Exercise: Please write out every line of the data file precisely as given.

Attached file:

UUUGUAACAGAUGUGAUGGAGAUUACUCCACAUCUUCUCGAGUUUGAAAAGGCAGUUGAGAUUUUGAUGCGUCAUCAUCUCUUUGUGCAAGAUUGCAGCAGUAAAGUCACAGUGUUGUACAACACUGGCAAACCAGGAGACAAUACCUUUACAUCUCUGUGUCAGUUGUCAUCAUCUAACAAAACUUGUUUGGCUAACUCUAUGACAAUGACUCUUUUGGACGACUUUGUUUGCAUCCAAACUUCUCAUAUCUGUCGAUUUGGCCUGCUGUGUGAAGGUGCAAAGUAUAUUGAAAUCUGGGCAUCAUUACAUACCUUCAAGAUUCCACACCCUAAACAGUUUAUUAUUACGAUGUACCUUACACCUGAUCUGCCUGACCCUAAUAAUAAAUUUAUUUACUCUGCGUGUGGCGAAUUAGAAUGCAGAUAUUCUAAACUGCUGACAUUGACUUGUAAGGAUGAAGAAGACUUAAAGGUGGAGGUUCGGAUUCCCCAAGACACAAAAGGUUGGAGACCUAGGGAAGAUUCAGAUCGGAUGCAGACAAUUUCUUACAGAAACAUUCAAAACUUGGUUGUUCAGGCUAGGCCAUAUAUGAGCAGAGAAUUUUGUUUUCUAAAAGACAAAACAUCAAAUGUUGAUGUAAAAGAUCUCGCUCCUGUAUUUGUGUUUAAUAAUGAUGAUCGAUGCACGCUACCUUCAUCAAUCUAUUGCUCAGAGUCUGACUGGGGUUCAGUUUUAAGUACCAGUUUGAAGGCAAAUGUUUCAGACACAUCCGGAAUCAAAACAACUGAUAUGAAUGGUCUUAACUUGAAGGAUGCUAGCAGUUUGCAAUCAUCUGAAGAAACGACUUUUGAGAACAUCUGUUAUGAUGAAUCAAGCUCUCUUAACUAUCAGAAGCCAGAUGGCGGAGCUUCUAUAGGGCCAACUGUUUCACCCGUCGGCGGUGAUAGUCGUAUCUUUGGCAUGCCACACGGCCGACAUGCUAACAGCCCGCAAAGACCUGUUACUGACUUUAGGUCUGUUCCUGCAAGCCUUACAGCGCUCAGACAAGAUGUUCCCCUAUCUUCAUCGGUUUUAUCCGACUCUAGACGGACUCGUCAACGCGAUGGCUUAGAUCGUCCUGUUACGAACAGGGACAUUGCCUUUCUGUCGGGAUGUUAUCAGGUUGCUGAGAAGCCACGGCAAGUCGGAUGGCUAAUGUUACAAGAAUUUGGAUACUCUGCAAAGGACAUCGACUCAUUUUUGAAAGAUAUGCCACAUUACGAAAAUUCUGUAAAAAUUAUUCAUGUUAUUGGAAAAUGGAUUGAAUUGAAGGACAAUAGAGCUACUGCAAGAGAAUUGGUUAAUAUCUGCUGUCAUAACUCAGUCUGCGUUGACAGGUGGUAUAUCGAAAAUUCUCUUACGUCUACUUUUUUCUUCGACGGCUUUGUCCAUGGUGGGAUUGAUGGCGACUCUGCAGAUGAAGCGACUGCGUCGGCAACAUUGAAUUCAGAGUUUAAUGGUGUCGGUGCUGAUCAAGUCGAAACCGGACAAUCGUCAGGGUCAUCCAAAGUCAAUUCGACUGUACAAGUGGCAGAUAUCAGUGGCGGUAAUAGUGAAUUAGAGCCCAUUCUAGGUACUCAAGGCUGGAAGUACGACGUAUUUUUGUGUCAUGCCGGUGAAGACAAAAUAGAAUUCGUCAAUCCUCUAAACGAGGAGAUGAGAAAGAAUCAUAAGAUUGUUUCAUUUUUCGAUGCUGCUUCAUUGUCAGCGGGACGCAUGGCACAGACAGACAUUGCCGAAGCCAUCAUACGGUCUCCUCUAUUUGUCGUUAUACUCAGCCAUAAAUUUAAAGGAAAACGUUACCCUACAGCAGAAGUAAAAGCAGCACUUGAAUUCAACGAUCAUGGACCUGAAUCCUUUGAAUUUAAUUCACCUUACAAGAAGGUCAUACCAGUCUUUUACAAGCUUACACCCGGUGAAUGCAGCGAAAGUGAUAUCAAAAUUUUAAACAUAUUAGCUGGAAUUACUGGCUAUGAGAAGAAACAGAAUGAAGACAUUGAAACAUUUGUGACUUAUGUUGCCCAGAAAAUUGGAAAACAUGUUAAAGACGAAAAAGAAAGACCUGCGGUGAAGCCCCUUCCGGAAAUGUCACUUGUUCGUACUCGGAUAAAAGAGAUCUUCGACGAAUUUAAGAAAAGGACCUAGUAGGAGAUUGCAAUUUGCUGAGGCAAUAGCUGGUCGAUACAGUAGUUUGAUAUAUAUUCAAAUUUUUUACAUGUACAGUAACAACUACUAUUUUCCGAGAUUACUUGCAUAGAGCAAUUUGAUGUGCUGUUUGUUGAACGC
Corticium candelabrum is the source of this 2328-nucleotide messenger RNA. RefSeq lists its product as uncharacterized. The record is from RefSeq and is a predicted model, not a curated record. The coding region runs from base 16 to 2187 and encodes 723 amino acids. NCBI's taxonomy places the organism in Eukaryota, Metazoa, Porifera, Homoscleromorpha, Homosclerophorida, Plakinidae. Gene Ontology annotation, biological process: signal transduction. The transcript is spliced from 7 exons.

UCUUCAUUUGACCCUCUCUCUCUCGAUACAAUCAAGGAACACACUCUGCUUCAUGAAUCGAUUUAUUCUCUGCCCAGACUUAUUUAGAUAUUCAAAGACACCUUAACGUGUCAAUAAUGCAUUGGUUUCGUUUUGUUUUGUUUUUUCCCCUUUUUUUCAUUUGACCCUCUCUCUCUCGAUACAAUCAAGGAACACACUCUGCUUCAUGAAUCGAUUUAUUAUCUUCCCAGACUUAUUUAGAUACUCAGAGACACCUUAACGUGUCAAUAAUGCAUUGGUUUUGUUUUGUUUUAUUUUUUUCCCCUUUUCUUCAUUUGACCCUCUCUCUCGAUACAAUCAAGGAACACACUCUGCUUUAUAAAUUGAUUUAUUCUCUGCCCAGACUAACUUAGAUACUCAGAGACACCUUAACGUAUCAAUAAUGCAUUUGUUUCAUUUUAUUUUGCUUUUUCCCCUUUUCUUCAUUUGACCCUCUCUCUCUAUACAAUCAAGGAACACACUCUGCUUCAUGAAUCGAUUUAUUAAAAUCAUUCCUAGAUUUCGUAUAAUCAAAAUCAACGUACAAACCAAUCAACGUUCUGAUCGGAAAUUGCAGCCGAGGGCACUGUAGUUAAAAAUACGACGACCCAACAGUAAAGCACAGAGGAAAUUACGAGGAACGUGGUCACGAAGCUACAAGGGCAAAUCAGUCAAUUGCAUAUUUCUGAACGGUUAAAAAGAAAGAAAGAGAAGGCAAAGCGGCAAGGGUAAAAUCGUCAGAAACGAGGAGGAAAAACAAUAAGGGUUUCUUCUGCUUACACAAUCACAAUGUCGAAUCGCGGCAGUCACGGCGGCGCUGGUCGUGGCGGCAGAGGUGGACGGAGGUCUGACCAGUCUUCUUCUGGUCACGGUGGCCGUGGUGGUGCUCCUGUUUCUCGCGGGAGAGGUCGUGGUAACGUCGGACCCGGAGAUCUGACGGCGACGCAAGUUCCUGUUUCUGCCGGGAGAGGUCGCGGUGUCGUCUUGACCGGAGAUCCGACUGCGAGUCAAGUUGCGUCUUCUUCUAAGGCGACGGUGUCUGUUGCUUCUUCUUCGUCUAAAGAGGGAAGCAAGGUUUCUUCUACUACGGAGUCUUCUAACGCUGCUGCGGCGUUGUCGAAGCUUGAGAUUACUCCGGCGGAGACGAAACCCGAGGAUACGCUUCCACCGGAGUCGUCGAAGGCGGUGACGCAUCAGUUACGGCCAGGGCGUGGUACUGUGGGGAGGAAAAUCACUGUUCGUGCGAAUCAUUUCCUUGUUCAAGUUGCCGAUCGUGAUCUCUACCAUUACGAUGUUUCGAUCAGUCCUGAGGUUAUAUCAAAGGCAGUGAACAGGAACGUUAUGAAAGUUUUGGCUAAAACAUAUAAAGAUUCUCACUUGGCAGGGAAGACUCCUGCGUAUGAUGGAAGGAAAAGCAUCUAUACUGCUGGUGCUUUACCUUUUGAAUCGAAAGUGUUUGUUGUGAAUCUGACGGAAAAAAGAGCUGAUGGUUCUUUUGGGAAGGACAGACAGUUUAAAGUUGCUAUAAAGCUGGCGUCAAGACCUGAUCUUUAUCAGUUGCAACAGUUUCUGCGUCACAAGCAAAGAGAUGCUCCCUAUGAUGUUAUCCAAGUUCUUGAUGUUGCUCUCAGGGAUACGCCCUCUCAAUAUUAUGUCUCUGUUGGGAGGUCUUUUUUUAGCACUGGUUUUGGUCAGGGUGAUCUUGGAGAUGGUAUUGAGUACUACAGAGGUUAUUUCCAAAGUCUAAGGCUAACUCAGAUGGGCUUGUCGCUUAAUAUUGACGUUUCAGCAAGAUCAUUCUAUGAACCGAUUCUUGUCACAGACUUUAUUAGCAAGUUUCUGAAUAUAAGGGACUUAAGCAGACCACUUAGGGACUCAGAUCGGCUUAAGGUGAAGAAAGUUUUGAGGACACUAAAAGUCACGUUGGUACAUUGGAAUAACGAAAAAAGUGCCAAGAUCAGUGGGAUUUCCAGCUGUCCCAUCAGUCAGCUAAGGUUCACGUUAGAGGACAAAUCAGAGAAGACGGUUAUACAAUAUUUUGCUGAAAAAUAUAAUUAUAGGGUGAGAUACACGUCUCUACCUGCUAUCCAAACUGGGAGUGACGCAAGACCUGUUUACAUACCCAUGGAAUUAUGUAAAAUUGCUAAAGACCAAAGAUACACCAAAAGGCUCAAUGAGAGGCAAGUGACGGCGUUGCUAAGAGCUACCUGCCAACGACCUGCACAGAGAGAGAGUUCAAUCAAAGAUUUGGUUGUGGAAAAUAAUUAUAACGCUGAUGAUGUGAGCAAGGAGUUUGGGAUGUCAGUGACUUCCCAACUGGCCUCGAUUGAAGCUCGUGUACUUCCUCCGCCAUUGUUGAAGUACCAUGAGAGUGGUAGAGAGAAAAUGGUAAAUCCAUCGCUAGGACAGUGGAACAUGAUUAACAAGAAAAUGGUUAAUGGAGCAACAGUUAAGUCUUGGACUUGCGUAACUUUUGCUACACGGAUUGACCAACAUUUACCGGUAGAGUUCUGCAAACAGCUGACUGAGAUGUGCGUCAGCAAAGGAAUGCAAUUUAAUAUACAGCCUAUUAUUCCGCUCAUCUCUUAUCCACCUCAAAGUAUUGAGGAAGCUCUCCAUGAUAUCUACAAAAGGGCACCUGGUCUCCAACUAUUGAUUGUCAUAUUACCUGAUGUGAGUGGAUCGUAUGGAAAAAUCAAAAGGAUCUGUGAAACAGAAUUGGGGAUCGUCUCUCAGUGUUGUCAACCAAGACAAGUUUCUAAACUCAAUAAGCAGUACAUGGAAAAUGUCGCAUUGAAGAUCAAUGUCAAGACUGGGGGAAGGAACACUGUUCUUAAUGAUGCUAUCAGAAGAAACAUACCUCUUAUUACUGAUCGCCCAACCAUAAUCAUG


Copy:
UUUGUAACAGAUGUGAUGGAGAUUACUCCACAUCUUCUCGAGUUUGAAAAGGCAGUUGAGAUUUUGAUGCGUCAUCAUCUCUUUGUGCAAGAUUGCAGCAGUAAAGUCACAGUGUUGUACAACACUGGCAAACCAGGAGACAAUACCUUUACAUCUCUGUGUCAGUUGUCAUCAUCUAACAAAACUUGUUUGGCUAACUCUAUGACAAUGACUCUUUUGGACGACUUUGUUUGCAUCCAAACUUCUCAUAUCUGUCGAUUUGGCCUGCUGUGUGAAGGUGCAAAGUAUAUUGAAAUCUGGGCAUCAUUACAUACCUUCAAGAUUCCACACCCUAAACAGUUUAUUAUUACGAUGUACCUUACACCUGAUCUGCCUGACCCUAAUAAUAAAUUUAUUUACUCUGCGUGUGGCGAAUUAGAAUGCAGAUAUUCUAAACUGCUGACAUUGACUUGUAAGGAUGAAGAAGACUUAAAGGUGGAGGUUCGGAUUCCCCAAGACACAAAAGGUUGGAGACCUAGGGAAGAUUCAGAUCGGAUGCAGACAAUUUCUUACAGAAACAUUCAAAACUUGGUUGUUCAGGCUAGGCCAUAUAUGAGCAGAGAAUUUUGUUUUCUAAAAGACAAAACAUCAAAUGUUGAUGUAAAAGAUCUCGCUCCUGUAUUUGUGUUUAAUAAUGAUGAUCGAUGCACGCUACCUUCAUCAAUCUAUUGCUCAGAGUCUGACUGGGGUUCAGUUUUAAGUACCAGUUUGAAGGCAAAUGUUUCAGACACAUCCGGAAUCAAAACAACUGAUAUGAAUGGUCUUAACUUGAAGGAUGCUAGCAGUUUGCAAUCAUCUGAAGAAACGACUUUUGAGAACAUCUGUUAUGAUGAAUCAAGCUCUCUUAACUAUCAGAAGCCAGAUGGCGGAGCUUCUAUAGGGCCAACUGUUUCACCCGUCGGCGGUGAUAGUCGUAUCUUUGGCAUGCCACACGGCCGACAUGCUAACAGCCCGCAAAGACCUGUUACUGACUUUAGGUCUGUUCCUGCAAGCCUUACAGCGCUCAGACAAGAUGUUCCCCUAUCUUCAUCGGUUUUAUCCGACUCUAGACGGACUCGUCAACGCGAUGGCUUAGAUCGUCCUGUUACGAACAGGGACAUUGCCUUUCUGUCGGGAUGUUAUCAGGUUGCUGAGAAGCCACGGCAAGUCGGAUGGCUAAUGUUACAAGAAUUUGGAUACUCUGCAAAGGACAUCGACUCAUUUUUGAAAGAUAUGCCACAUUACGAAAAUUCUGUAAAAAUUAUUCAUGUUAUUGGAAAAUGGAUUGAAUUGAAGGACAAUAGAGCUACUGCAAGAGAAUUGGUUAAUAUCUGCUGUCAUAACUCAGUCUGCGUUGACAGGUGGUAUAUCGAAAAUUCUCUUACGUCUACUUUUUUCUUCGACGGCUUUGUCCAUGGUGGGAUUGAUGGCGACUCUGCAGAUGAAGCGACUGCGUCGGCAACAUUGAAUUCAGAGUUUAAUGGUGUCGGUGCUGAUCAAGUCGAAACCGGACAAUCGUCAGGGUCAUCCAAAGUCAAUUCGACUGUACAAGUGGCAGAUAUCAGUGGCGGUAAUAGUGAAUUAGAGCCCAUUCUAGGUACUCAAGGCUGGAAGUACGACGUAUUUUUGUGUCAUGCCGGUGAAGACAAAAUAGAAUUCGUCAAUCCUCUAAACGAGGAGAUGAGAAAGAAUCAUAAGAUUGUUUCAUUUUUCGAUGCUGCUUCAUUGUCAGCGGGACGCAUGGCACAGACAGACAUUGCCGAAGCCAUCAUACGGUCUCCUCUAUUUGUCGUUAUACUCAGCCAUAAAUUUAAAGGAAAACGUUACCCUACAGCAGAAGUAAAAGCAGCACUUGAAUUCAACGAUCAUGGACCUGAAUCCUUUGAAUUUAAUUCACCUUACAAGAAGGUCAUACCAGUCUUUUACAAGCUUACACCCGGUGAAUGCAGCGAAAGUGAUAUCAAAAUUUUAAACAUAUUAGCUGGAAUUACUGGCUAUGAGAAGAAACAGAAUGAAGACAUUGAAACAUUUGUGACUUAUGUUGCCCAGAAAAUUGGAAAACAUGUUAAAGACGAAAAAGAAAGACCUGCGGUGAAGCCCCUUCCGGAAAUGUCACUUGUUCGUACUCGGAUAAAAGAGAUCUUCGACGAAUUUAAGAAAAGGACCUAGUAGGAGAUUGCAAUUUGCUGAGGCAAUAGCUGGUCGAUACAGUAGUUUGAUAUAUAUUCAAAUUUUUUACAUGUACAGUAACAACUACUAUUUUCCGAGAUUACUUGCAUAGAGCAAUUUGAUGUGCUGUUUGUUGAACGC
Corticium candelabrum is the source of this 2328-nucleotide messenger RNA. RefSeq lists its product as uncharacterized. The record is from RefSeq and is a predicted model, not a curated record. The coding region runs from base 16 to 2187 and encodes 723 amino acids. NCBI's taxonomy places the organism in Eukaryota, Metazoa, Porifera, Homoscleromorpha, Homosclerophorida, Plakinidae. Gene Ontology annotation, biological process: signal transduction. The transcript is spliced from 7 exons.

UCUUCAUUUGACCCUCUCUCUCUCGAUACAAUCAAGGAACACACUCUGCUUCAUGAAUCGAUUUAUUCUCUGCCCAGACUUAUUUAGAUAUUCAAAGACACCUUAACGUGUCAAUAAUGCAUUGGUUUCGUUUUGUUUUGUUUUUUCCCCUUUUUUUCAUUUGACCCUCUCUCUCUCGAUACAAUCAAGGAACACACUCUGCUUCAUGAAUCGAUUUAUUAUCUUCCCAGACUUAUUUAGAUACUCAGAGACACCUUAACGUGUCAAUAAUGCAUUGGUUUUGUUUUGUUUUAUUUUUUUCCCCUUUUCUUCAUUUGACCCUCUCUCUCGAUACAAUCAAGGAACACACUCUGCUUUAUAAAUUGAUUUAUUCUCUGCCCAGACUAACUUAGAUACUCAGAGACACCUUAACGUAUCAAUAAUGCAUUUGUUUCAUUUUAUUUUGCUUUUUCCCCUUUUCUUCAUUUGACCCUCUCUCUCUAUACAAUCAAGGAACACACUCUGCUUCAUGAAUCGAUUUAUUAAAAUCAUUCCUAGAUUUCGUAUAAUCAAAAUCAACGUACAAACCAAUCAACGUUCUGAUCGGAAAUUGCAGCCGAGGGCACUGUAGUUAAAAAUACGACGACCCAACAGUAAAGCACAGAGGAAAUUACGAGGAACGUGGUCACGAAGCUACAAGGGCAAAUCAGUCAAUUGCAUAUUUCUGAACGGUUAAAAAGAAAGAAAGAGAAGGCAAAGCGGCAAGGGUAAAAUCGUCAGAAACGAGGAGGAAAAACAAUAAGGGUUUCUUCUGCUUACACAAUCACAAUGUCGAAUCGCGGCAGUCACGGCGGCGCUGGUCGUGGCGGCAGAGGUGGACGGAGGUCUGACCAGUCUUCUUCUGGUCACGGUGGCCGUGGUGGUGCUCCUGUUUCUCGCGGGAGAGGUCGUGGUAACGUCGGACCCGGAGAUCUGACGGCGACGCAAGUUCCUGUUUCUGCCGGGAGAGGUCGCGGUGUCGUCUUGACCGGAGAUCCGACUGCGAGUCAAGUUGCGUCUUCUUCUAAGGCGACGGUGUCUGUUGCUUCUUCUUCGUCUAAAGAGGGAAGCAAGGUUUCUUCUACUACGGAGUCUUCUAACGCUGCUGCGGCGUUGUCGAAGCUUGAGAUUACUCCGGCGGAGACGAAACCCGAGGAUACGCUUCCACCGGAGUCGUCGAAGGCGGUGACGCAUCAGUUACGGCCAGGGCGUGGUACUGUGGGGAGGAAAAUCACUGUUCGUGCGAAUCAUUUCCUUGUUCAAGUUGCCGAUCGUGAUCUCUACCAUUACGAUGUUUCGAUCAGUCCUGAGGUUAUAUCAAAGGCAGUGAACAGGAACGUUAUGAAAGUUUUGGCUAAAACAUAUAAAGAUUCUCACUUGGCAGGGAAGACUCCUGCGUAUGAUGGAAGGAAAAGCAUCUAUACUGCUGGUGCUUUACCUUUUGAAUCGAAAGUGUUUGUUGUGAAUCUGACGGAAAAAAGAGCUGAUGGUUCUUUUGGGAAGGACAGACAGUUUAAAGUUGCUAUAAAGCUGGCGUCAAGACCUGAUCUUUAUCAGUUGCAACAGUUUCUGCGUCACAAGCAAAGAGAUGCUCCCUAUGAUGUUAUCCAAGUUCUUGAUGUUGCUCUCAGGGAUACGCCCUCUCAAUAUUAUGUCUCUGUUGGGAGGUCUUUUUUUAGCACUGGUUUUGGUCAGGGUGAUCUUGGAGAUGGUAUUGAGUACUACAGAGGUUAUUUCCAAAGUCUAAGGCUAACUCAGAUGGGCUUGUCGCUUAAUAUUGACGUUUCAGCAAGAUCAUUCUAUGAACCGAUUCUUGUCACAGACUUUAUUAGCAAGUUUCUGAAUAUAAGGGACUUAAGCAGACCACUUAGGGACUCAGAUCGGCUUAAGGUGAAGAAAGUUUUGAGGACACUAAAAGUCACGUUGGUACAUUGGAAUAACGAAAAAAGUGCCAAGAUCAGUGGGAUUUCCAGCUGUCCCAUCAGUCAGCUAAGGUUCACGUUAGAGGACAAAUCAGAGAAGACGGUUAUACAAUAUUUUGCUGAAAAAUAUAAUUAUAGGGUGAGAUACACGUCUCUACCUGCUAUCCAAACUGGGAGUGACGCAAGACCUGUUUACAUACCCAUGGAAUUAUGUAAAAUUGCUAAAGACCAAAGAUACACCAAAAGGCUCAAUGAGAGGCAAGUGACGGCGUUGCUAAGAGCUACCUGCCAACGACCUGCACAGAGAGAGAGUUCAAUCAAAGAUUUGGUUGUGGAAAAUAAUUAUAACGCUGAUGAUGUGAGCAAGGAGUUUGGGAUGUCAGUGACUUCCCAACUGGCCUCGAUUGAAGCUCGUGUACUUCCUCCGCCAUUGUUGAAGUACCAUGAGAGUGGUAGAGAGAAAAUGGUAAAUCCAUCGCUAGGACAGUGGAACAUGAUUAACAAGAAAAUGGUUAAUGGAGCAACAGUUAAGUCUUGGACUUGCGUAACUUUUGCUACACGGAUUGACCAACAUUUACCGGUAGAGUUCUGCAAACAGCUGACUGAGAUGUGCGUCAGCAAAGGAAUGCAAUUUAAUAUACAGCCUAUUAUUCCGCUCAUCUCUUAUCCACCUCAAAGUAUUGAGGAAGCUCUCCAUGAUAUCUACAAAAGGGCACCUGGUCUCCAACUAUUGAUUGUCAUAUUACCUGAUGUGAGUGGAUCGUAUGGAAAAAUCAAAAGGAUCUGUGAAACAGAAUUGGGGAUCGUCUCUCAGUGUUGUCAACCAAGACAAGUUUCUAAACUCAAUAAGCAGUACAUGGAAAAUGUCGCAUUGAAGAUCAAUGUCAAGACUGGGGGAAGGAACACUGUUCUUAAUGAUGCUAUCAGAAGAAACAUACCUCUUAUUACUGAUCGCCCAACCAUAAUCAUG